There are a range of risks and uncertainties in any forecast of petroleum revenues. The most sensitive assumption is oil price, meaning that the forecast of petroleum revenues changes substantially even from a relatively small change in assumed oil prices. Other uncertainties include LNG contract volume and pricing terms, condensate and LPG spot sales prices relative to oil prices, operating costs and inflation. The MOPF has endeavoured to adopt prudent assumptions in all cases. The following table shows how petroleum revenues, petroleum wealth and Sustainable income would change for three alternative cases
Part 5 Petroleum Fund
The Petroleum Fund was established by an initial transfer of $205m in September 2005. The Petroleum Fund is the Government’s vehicle for a prudent, transparent and long-term management of Timor-Leste’s petroleum revenues. A good management of petroleum revenues is critical for ensuring sustained economic growth to alleviate poverty. The Petroleum Fund builds on international best practice and is a tool that contributes to sound fiscal policies.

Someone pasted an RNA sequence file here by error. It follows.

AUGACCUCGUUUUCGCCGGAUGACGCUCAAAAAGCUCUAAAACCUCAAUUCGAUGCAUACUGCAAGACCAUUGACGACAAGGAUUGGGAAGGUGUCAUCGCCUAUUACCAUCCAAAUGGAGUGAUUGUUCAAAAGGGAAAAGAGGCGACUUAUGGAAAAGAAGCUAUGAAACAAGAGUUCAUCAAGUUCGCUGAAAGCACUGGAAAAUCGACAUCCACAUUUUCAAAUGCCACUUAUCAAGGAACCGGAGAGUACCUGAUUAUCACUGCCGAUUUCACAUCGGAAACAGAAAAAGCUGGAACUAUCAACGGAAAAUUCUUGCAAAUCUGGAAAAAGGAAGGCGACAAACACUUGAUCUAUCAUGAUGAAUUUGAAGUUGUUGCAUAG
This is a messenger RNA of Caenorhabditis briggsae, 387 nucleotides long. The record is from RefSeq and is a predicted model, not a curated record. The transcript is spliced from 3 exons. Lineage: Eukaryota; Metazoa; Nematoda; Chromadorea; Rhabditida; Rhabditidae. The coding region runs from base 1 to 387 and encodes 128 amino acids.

The Government has responsibility for the overall management of the Petroleum Fund, and the Minister of Planning and Finance exercises key functions and competences. The operational management is delegated to the Banking and Payments Authority in accordance with a management agreement. The Fund is currently invested through the Federal Reserve Bank of New York in US Government Bonds. The Banking and Payments Authority issues quarterly reports on the management of the Fund. These reports are available at http://www.transparency.gov.tl.
As of 31 March 2006 the market value of the Petroleum Fund was $508.1m. The opening balance of the Fund, transferred in the beginning of September 2005, was $204.6m. For the period September 2005 through March 2005 payments from the petroleum operations total $300.5m, where as the return from the investments in this period was $3.2m. The return for this period is adversely affected by unrealized market revaluations, reflecting increases in the US interest rates in this period. The Banking and Payments authority has in accordance with the Management Agreement with the Ministry of Planning and Finance debited the Petroleum Fund account with $180,000 in management expenses.